4 - Carefully remove one of the pollen sacs from the anther. You will see there is a sticky substance holding it in place, so the pollen might snap back to the anther. In the end, the pollen should stick to your instrument. If not, just wet the tip of instrument a bit and the pollen should stick right to it.




5 - If you've ever had wild dreams of having sex with a flower, here's your chance. It is time to have intercourse with it. In other words, time to place the pollen inside the column. You need to place it in a different flower to the one you took the pollen from. It can be on the same plant, just use a different flower. Then you can use pollen from the second flower and fertilise the first.

Move the pollen on the tip of your instrument to the opening of the Column. The opening is just underneath where the Anther Cap was. You will see small fang-like structures over the opening, which is usually what helps the flower rake the pollen off the insect.


The pollen should move from your instrument to the inside of the Column easily, as there is a sticky substance inside the Column too just for this purpose. Try and push the pollen in as far as possible without hurting the Column. The Column will push it down further, but I try and get it in as much as I can.

And that's it. You have successfully pollinated the orchid flower. Now you just need to wait to see if it has successfully fertilised.

What to Expect Next

As I only pollinated mine this morning, I don't have images yet to show you what mine look like once the fertilisation is successful. Basically, the flower will start to collapse upon itself and close up. Then, a long seed pod will form, which will hold hundreds of tiny cotton type seeds. Once mine have started doing this, I will share some images of the process.

To Pollinate, or not to Pollinate? That is the question.

The essential question is, as fun as this process is to perform and witness, should you be pollinating? You see, pollination is the easy part. Propagation is the tricky bit. You need to be very clinical and scientific when trying to grow the seeds. I will be sharing the process with you in a different post, but basically you need to sanitise everything you use and create an almost laboratory-like experience. And even by doing the process right, you have a slim chance of getting any seeds to grow.

Then again, you could make some profit out of selling the seeds to people who are very successful in this arena. Of course, if you get hundreds of orchids to grow from one pollination, that in itself could be quite a healthy profit. Or you could just grow your own orchid for the love of orchids.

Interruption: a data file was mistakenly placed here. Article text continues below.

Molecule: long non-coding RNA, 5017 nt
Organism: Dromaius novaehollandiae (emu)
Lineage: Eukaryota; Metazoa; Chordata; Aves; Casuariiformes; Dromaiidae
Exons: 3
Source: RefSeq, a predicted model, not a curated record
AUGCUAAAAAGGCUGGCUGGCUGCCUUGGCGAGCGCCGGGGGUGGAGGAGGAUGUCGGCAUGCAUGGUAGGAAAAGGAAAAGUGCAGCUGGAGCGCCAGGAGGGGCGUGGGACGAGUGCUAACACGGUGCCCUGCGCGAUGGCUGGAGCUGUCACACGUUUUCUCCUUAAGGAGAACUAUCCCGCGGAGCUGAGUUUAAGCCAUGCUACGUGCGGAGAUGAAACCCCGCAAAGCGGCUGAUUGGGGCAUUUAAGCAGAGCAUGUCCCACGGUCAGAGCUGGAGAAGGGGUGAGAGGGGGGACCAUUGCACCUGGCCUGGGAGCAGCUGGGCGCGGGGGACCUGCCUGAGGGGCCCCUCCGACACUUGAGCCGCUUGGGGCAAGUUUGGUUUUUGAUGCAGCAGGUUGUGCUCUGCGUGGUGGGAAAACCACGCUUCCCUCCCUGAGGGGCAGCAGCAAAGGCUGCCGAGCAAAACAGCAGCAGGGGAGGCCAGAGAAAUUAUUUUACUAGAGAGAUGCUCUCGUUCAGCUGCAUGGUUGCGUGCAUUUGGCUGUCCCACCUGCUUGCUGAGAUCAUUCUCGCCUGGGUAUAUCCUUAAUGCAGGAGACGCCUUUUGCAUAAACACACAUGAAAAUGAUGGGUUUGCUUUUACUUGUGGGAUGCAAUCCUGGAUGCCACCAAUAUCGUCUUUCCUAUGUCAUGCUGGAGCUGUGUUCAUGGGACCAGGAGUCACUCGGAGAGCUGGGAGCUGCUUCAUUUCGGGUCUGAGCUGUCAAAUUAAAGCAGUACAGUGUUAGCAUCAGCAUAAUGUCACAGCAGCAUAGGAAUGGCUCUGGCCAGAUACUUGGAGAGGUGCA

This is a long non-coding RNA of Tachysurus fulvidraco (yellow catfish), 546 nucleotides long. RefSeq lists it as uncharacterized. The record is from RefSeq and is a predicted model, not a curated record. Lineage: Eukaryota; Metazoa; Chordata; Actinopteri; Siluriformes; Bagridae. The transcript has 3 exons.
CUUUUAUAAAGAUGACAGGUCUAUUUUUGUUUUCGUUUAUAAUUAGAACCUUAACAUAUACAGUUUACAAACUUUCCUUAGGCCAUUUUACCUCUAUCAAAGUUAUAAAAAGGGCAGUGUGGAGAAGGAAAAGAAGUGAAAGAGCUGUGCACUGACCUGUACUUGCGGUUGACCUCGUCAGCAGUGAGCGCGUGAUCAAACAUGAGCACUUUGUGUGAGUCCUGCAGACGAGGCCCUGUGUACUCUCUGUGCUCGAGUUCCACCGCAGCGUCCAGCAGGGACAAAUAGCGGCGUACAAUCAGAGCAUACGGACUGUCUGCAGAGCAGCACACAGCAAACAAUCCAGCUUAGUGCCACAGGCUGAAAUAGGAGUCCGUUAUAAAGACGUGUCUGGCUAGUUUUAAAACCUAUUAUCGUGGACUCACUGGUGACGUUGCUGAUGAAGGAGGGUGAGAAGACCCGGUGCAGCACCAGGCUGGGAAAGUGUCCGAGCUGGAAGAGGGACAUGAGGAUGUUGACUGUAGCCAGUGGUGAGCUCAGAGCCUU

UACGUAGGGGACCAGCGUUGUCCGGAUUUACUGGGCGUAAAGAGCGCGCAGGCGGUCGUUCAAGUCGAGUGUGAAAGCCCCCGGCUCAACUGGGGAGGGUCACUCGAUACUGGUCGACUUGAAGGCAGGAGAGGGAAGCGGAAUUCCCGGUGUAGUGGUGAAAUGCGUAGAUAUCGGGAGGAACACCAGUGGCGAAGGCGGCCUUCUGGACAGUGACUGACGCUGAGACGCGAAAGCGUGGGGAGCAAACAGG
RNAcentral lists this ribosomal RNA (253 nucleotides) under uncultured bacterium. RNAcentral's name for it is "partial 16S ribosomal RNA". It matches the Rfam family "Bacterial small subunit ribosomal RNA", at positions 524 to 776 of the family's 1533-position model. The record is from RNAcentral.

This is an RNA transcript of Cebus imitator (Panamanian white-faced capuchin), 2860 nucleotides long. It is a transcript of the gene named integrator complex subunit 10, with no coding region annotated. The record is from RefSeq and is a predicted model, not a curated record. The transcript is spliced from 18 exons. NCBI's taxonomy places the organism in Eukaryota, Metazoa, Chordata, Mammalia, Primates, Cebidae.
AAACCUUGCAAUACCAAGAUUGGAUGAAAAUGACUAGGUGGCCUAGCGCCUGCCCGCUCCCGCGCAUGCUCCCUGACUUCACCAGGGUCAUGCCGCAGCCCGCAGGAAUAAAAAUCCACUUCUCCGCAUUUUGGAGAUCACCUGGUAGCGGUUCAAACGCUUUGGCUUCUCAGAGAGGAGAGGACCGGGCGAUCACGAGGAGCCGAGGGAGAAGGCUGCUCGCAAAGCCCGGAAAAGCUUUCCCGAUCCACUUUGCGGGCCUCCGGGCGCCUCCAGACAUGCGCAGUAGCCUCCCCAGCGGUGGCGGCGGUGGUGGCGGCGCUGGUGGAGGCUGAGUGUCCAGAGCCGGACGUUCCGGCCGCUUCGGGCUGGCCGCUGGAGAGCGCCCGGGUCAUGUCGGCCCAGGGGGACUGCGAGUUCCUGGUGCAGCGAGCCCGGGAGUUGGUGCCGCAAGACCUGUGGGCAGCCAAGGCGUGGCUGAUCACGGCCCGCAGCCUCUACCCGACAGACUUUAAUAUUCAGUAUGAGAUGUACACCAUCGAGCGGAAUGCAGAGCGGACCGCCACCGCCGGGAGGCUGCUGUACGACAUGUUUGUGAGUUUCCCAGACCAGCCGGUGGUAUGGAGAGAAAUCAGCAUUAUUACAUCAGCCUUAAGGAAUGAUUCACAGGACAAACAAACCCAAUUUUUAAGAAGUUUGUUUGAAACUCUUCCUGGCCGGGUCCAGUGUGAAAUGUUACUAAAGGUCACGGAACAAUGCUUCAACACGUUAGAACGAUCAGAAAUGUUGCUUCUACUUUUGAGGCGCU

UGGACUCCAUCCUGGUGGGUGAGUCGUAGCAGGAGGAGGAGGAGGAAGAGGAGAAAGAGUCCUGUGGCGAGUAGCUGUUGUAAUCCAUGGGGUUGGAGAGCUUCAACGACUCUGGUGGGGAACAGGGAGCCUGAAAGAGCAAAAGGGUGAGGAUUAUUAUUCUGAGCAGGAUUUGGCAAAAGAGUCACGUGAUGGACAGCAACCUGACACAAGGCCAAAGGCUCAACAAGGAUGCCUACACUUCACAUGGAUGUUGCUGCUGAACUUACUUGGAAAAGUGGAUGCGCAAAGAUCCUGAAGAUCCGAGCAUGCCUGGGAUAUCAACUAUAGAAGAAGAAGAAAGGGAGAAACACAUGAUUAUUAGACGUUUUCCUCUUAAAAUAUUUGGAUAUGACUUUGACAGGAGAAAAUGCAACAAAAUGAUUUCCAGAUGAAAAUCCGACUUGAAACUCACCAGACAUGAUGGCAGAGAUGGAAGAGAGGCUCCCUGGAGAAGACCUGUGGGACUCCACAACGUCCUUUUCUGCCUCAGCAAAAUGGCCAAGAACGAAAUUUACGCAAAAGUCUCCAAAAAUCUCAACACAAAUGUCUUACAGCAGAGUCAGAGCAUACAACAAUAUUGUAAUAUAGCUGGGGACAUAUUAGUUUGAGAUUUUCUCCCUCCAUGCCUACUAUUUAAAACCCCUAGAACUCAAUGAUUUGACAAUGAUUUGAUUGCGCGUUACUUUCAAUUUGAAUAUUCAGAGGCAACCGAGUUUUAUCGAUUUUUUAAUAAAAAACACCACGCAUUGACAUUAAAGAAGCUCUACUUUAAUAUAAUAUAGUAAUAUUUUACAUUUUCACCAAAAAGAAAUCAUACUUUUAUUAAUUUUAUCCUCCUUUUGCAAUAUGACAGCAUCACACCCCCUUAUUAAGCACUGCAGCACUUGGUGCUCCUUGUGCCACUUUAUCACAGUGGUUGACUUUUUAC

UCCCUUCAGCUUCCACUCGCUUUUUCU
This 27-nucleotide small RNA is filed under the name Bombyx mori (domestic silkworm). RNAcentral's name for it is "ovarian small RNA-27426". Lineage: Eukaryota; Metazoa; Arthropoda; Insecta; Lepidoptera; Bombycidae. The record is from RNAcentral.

For me, it started as a curiosity as to how orchids are pollinated. Once I saw that I could do it myself, it became like a science experiment to me. I tried to grow the seeds myself at home, but sadly I think I waited to long and the seeds were no longer viable. But I would like to try again and hopefully be more successful this time.

Please feel free to follow me on Instagram where I will be sharing more pics in time to come of the Orchids once they start growing the seed pods.

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This is really an interesting post. I have one orchid at home, which is flowering every year, but I see some flowers has started to fall off already, thus I think it might be to late to try and pollinate them??
How does the seeds grow in nature, as it definitely will not be sanitized in nature, I would also like to give this a go!!
Thanks for sharing.

I'll be doing a follow up posts on how the seeds grow in nature compared to how we grow them. I've had to research it myself and also wondered the same question about the sanitary value of nature

Thanks, I am looking forward to it.

Thank you for sharing this, I would never have thought of cross pollinating myself, most informative! We have some beautiful orchids which thrives in the humidity of Durban, my son who lives in Joburg just shakes his head as they battle to get theirs to grow.

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My orchids always suddenly rot before the year ends, and never rebloom. Usually after someone spills water over the crown, or after I change the growing medium (too late).

You have this down to a sciences indeed.

I cant remember the last time I changed the growing medium or even fed them orchid food. It just seems to like the spot i have it in I suppose. It seems happy there

I like flowers but I don't really have it around where I leave. Pollination is really important. Nice post.

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Interesting to see how you work with orchid pollination, my orchids are all growing in trees in the garden, this is not something I would have looked into at all, thanks for insight @shadowolfdg

A great and descriptive post here my friend.
I bet many orchid lovers can benefit from reading this.

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Very beautiful